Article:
Materials and methods Patients Samples were obtained after receiving written informed consent from patients and HD volunteers and after approval from the Ethical Committee of the Jules Bordet Institute and Erasmus Hospital (Brussels, Belgium). Thirty-four patients with MM and twelve HDs were included in this study, and the characteristics of these participants are listed in Supplementary Table 1. All MM patients who underwent treatment were in remission at the time of BM harvesting and did not receive grafts.

Cancer Immunol Immunother (2015) 64:213–224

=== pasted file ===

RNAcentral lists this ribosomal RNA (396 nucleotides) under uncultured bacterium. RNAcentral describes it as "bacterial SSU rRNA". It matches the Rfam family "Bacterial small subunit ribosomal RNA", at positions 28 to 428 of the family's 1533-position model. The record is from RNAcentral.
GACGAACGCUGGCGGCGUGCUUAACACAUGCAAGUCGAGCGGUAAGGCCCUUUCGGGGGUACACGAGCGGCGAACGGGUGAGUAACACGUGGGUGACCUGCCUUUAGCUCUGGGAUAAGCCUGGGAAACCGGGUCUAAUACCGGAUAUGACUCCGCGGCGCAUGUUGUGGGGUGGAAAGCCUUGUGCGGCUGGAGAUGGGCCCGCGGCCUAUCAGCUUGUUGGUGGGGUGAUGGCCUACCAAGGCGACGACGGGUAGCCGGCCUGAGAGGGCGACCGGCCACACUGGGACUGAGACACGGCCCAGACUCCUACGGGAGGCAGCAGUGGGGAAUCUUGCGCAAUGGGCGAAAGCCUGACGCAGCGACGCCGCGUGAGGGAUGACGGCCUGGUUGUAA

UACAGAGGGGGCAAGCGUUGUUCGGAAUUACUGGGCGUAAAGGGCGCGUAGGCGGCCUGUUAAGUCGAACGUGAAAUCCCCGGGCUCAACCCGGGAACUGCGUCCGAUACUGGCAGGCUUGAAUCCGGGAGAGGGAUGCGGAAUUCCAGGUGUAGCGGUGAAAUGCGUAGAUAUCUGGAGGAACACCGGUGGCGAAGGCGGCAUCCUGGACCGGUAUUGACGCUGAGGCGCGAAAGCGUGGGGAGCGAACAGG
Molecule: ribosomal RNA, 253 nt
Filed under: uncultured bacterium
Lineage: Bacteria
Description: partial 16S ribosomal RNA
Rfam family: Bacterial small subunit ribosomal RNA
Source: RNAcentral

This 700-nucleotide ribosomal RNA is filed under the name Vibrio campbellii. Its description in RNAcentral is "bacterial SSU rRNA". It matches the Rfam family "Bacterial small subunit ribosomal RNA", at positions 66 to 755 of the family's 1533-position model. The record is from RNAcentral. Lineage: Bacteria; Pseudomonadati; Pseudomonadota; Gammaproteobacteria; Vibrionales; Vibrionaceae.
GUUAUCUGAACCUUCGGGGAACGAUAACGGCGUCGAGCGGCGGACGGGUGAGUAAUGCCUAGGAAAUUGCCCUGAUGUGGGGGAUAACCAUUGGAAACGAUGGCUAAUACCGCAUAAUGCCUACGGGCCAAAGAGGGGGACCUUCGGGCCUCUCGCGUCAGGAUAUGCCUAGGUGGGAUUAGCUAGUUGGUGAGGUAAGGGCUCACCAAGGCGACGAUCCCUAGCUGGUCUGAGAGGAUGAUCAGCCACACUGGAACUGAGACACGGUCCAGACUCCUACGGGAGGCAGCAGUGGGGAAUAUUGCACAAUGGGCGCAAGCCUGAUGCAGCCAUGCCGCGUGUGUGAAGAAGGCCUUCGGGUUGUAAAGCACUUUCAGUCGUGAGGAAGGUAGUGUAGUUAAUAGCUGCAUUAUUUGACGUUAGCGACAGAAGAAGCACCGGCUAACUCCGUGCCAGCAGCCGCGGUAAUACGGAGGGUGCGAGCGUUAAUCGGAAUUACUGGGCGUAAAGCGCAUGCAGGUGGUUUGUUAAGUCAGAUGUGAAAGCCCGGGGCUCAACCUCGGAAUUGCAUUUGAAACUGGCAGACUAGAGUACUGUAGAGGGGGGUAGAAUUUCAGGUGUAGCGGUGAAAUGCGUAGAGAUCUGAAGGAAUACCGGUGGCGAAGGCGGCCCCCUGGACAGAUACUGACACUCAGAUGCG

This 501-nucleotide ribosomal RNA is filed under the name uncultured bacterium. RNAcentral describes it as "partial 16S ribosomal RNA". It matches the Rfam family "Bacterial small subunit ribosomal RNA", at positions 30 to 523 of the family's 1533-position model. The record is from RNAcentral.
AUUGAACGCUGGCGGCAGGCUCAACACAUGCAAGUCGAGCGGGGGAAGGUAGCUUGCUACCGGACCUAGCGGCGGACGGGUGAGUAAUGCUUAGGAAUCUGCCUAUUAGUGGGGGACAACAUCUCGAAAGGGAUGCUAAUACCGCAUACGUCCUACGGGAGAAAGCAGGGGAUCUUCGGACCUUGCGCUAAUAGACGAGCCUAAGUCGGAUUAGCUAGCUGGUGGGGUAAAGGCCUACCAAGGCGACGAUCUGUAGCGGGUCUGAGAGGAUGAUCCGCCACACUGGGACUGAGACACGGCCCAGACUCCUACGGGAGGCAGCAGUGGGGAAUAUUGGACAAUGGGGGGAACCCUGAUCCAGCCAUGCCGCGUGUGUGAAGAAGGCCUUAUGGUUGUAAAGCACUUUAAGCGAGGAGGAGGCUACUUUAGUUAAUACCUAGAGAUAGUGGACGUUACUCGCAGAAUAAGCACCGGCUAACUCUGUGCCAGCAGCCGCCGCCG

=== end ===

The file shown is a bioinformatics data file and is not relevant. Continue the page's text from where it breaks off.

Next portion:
Isolation, culture and characterization of MSCs BM was harvested from the sternum or iliac crest of the patients. BM-MSCs were isolated by using the classical adhesion method and cultured as previously described [15]. Adherent cells in the culture were identified as MSCs when they fulfilled the International Society for Cellular Therapy (ISCT) criteria [16]. BM-MSCs were cultured for 24 h in the presence or absence of inflammatory medium (i.e., Dulbecco’s Modified Eagle Medium (DMEM) supplemented with 2 mM l-glutamine, 50 U/mL of penicillin, 50 µg/mL of streptomycin, 1,000 U/mL of interferon-γ (IFN-γ), 3,000 U/mL of IFN-α, 50 ng/mL of tumor necrosis factor-α (TNF-α) and 25 ng/mL of IL-1β) (R&D Systems, Abingdon, UK). The harvested cells were analyzed using flow cytometry with the following markers to establish the immunological profile of the MSCs: members of the human leukocyte antigen (HLA) family, co-stimulatory molecules, cell adhesion molecules and immunoregulatory factors. Briefly, the cells were washed with phosphate-buffered saline (GmbH, Bergisch, Germany) and incubated for 30 min with the following monoclonal antibodies: CD105FITC (Ancell Corporation, Bayport, MN, USA), CD229PE (Imtec Diagnostics, Antwerp, Belgium), CD58-FITC (BD Biosciences Pharmingen, Erembodegen, Belgium), CD106-PC5 (BD Biosciences Pharmingen), CD54-PE (BD Biosciences Pharmingen), CD95-FITC (Miltenyi Biotec, Leiden, the Netherlands), CD274-PE (BD Biosciences Pharmingen), HLA-ABC-PC5 and HLA-DRPC5 (BD Biosciences Pharmingen), HLA-G-PE (EXBIO Praha, Vestec, Czech Republic), CD4-PE (Miltenyi Biotec), CD8-FITC (Miltenyi Biotec), CD40-PE (Miltenyi Biotec), CD154-PC5 (Imtec Diagnostics, Antwerp, Belgium), CD200R-PE (Imtec Diagnostics), CD200-PC5 (Imtec Diagnostics), CD70-PE (Imtec Diagnostics), CD27-PerCP (Imtec Diagnostics), CD80-PE (Imtec Diagnostics), CD86PC5 (Imtec Diagnostics), CD134-FITC (Imtec Diagnostics), CD166 (BD Biosciences Pharmingen), SDF1-APC (R&D Systems, Abingdon, UK), MMP9-FITC (R&D Systems), CD44-FITC (Miltenyi Biotec), CD56-PE (ANALIS, Suarlée, Belgium), CD252-PE (Imtec Diagnostics), CD49c-PE (BD Biosciences Pharmingen), CD49d-PE (BD Biosciences Pharmingen), CD49b-PE (BD Biosciences Pharmingen), CD183-PE (BD Biosciences Pharmingen), CD184-PE (BD Biosciences Pharmingen), HO1-PE (ENZO Life Sciences, Farmingdale, NY, USA), CD138-PE (BD Biosciences Pharmingen), RORγt-APC (R&D Systems), IL-6-PE (ImmunoTools, Friesoythe, Germany), IFNγ-FITC (Imtec Diagnostics), IL-4-PerCP-Cy5.5 (Imtec Diagnostics) and IL-23R-PE (R&D Systems). After washing with MACSQuant Running Buffer (Miltenyi Biotec), the cells were fixed with 4 % formaldehyde solution. Data were acquired using a MACSQuant Analyzer (Miltenyi